Cobb thinks hit on him was dirty, but not intentionally dirty

AP

Packers receiver Randall Cobb missed a couple of months of the season after a low hit against the Ravens broke his leg.

And while the rules still allow low hits, Cobb didn’t think it was a clean shot from rookie safety Matt Elam.

“I think it was dirty,” Cobb said on Wednesday’s edition of Pro Football Talk at the Super Bowl.  “But I don’t think it was meant to be dirty.  I think with the new rules in place he was doing the opposite and trying to protect himself from getting a fine and it just caused a low hit.”

Cobb’s right.  With the emphasis on wiping out hits to the head, defensive players have started to aim lower.  And players like Cobb are paying the price with knee injuries.

“I think we have to create some kind of hitting zone, some kind of targeting zone,” Cobb said.  “We’re professional athletes, we can make that type of adjustment.  We just need the repetition and practice to make the adjustment.”

It’s unclear when and if the adjustment will be made.  The NFL seems to care far more about brains than knees, even though hits to the knees end careers.

But the players should keep pushing for expanded protections, individually through interviews and collectively through the NFLPA.

11 responses to “Cobb thinks hit on him was dirty, but not intentionally dirty

  1. The main problem I have with a “hitting zone” is that the receivers instinctively lower their heads when a hit is coming, causing head shots that the defenders get penalized and fined for.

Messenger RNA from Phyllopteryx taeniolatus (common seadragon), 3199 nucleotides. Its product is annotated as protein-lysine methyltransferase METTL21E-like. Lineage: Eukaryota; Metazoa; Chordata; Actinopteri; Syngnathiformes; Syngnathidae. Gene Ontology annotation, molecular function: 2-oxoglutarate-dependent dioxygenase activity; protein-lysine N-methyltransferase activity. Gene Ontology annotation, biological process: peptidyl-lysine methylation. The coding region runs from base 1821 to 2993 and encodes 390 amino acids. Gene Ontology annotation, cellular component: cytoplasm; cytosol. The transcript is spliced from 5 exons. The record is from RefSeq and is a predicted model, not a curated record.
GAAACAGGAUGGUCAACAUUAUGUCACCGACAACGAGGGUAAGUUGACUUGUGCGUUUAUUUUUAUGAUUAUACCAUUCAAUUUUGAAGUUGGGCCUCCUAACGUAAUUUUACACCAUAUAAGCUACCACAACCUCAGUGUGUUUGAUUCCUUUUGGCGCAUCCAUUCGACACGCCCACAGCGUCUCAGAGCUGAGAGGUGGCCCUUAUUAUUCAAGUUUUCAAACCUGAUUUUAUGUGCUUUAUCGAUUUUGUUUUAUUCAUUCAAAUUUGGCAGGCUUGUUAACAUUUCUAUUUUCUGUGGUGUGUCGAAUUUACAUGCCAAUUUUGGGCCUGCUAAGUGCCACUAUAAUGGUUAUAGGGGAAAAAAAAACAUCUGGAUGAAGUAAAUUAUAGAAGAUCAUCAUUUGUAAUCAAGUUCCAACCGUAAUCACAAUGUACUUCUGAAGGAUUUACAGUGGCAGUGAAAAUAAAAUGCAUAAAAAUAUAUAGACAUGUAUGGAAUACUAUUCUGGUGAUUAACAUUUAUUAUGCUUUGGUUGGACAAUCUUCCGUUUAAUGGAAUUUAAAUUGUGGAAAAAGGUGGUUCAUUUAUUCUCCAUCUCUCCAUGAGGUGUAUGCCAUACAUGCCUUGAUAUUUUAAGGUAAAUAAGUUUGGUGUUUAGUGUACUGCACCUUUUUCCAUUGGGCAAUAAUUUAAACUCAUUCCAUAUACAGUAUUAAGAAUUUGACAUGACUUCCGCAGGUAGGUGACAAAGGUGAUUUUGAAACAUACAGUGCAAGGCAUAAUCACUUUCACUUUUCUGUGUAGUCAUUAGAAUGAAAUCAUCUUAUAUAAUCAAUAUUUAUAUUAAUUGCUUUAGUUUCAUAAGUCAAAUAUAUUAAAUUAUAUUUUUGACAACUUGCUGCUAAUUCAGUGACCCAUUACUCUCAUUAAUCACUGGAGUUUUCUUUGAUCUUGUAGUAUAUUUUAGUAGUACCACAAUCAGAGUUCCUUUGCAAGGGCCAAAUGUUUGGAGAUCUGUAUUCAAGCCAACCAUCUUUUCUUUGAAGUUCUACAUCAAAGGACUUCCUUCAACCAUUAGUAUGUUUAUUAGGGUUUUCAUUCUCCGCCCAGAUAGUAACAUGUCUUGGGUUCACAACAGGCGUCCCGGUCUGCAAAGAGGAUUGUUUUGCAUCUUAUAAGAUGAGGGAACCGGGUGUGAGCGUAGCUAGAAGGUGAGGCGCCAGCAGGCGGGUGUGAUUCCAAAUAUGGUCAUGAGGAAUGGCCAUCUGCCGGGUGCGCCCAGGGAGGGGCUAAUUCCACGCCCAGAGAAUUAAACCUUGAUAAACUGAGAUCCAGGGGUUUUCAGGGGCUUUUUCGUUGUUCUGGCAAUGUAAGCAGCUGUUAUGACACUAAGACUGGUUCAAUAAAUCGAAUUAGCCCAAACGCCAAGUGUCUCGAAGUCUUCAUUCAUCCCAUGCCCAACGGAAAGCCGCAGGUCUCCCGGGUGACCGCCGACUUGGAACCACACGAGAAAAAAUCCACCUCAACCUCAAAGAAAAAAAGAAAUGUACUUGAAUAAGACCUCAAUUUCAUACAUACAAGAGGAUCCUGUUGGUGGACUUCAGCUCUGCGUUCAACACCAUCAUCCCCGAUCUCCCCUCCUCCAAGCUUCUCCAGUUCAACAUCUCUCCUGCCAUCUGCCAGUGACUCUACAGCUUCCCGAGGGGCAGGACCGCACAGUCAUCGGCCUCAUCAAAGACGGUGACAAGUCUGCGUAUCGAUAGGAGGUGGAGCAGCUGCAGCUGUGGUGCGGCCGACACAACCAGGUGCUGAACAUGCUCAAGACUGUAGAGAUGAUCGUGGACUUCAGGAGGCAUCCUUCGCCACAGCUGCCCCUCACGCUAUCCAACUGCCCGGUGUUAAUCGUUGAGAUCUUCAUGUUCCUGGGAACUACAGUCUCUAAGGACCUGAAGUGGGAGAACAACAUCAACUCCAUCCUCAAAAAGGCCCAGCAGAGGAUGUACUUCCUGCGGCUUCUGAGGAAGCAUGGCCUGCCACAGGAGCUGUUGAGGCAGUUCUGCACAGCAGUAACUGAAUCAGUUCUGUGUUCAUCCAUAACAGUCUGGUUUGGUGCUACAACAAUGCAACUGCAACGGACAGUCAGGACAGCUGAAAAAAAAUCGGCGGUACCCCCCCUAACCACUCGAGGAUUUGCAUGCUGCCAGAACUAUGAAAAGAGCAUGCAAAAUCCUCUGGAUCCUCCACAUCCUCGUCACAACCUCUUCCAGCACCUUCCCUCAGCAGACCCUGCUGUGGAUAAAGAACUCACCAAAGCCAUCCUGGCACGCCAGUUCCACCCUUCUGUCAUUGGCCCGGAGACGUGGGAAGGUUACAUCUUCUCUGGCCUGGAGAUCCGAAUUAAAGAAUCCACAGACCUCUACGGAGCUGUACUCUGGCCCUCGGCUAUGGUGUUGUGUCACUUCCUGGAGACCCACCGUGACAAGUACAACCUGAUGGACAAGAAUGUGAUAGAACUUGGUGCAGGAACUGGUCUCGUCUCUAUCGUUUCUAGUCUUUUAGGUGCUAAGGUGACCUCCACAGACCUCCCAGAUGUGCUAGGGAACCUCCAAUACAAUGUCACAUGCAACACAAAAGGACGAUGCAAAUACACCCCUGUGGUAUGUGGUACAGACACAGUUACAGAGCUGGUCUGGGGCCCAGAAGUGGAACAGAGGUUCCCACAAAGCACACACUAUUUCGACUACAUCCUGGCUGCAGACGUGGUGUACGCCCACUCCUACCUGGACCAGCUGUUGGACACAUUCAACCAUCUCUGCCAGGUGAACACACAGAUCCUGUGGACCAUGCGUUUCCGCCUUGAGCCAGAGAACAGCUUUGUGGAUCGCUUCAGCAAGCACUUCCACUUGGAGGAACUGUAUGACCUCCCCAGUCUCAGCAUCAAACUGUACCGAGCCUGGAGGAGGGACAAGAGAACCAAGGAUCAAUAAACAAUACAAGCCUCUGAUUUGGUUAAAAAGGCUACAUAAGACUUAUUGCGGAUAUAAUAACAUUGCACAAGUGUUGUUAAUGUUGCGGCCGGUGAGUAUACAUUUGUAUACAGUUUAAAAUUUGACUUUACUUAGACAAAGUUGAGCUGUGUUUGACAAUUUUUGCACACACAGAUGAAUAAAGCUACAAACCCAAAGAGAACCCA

2. A very professional and reasonable opinion by Cobb.

    Just be clear on the rules and players will adjust. Right now there is some confusion caused by the NFL.

    Great players, great teams, and great cities do not whine or make lame excuses. They get going and get to work reasonably and professionally.

  3. The rules are defeating themselves. Any NFL player will tell you that he’d rather take a hit high than low. Finley would still be playing football if he wasn’t hadn’t gone low to protect his knees, ultimately breaking his neck because the defender was trying to play within the “rules”. Way to go Goodell, keep up the good work. I’ve never missed Paul Tagliabue more. At least he realized football is a product that sells itself and pretty much stayed out of the way.

  4. matt had no time to react to someone who runs a 4.2 coming across the middle right before half on a 3rd and long!… he could of lit him up high and gotten a defenseless receiver penalty.

    That was NOT dirty you people saying have some sort of bias or are just uneducated. Someone who tackles like that on a regular basis would be considered dirty but that was a reaction hit to a guy with blazing speed in the closing seconds of halftime trying to prevent a td.

    He actually slowed himself down to avoid a defenseless receiver penalty, forcing him to fall down and make a low tackle so he didn’t whiff completely.

    Look at his head during the hit! Its going right at the knee, Matt realizes what is about to happen n he ducks his head quickly to avoid his helmet from making ANY contact with Cobb’s knee and his back hit him. Cobb could of had his knee shattered but Matt had enough sense and sportsmanship to duck his head to protect Cobb from further injury.

    It was an accident… most injuries in football are.

  5. “I’ve never missed Paul Tagliabue more. At least he realized football is a product that sells itself and pretty much stayed out of the way.”

    Tagliabue actually oversaw many changes to the rules to turn the NFL into the NBA. He was trying to attract the mindless sheep into becoming NFL fans so he handcuffed the defense and let the offense do what it wanted to to up the scoring.

    Here’s some strategy: let the OL hold so the QB can throw it as far as he can while 6’4″ untouched WRs run free through the secondary and catch TDs. Ooh!

    Football used to be like chess, now it’s like speed chess.

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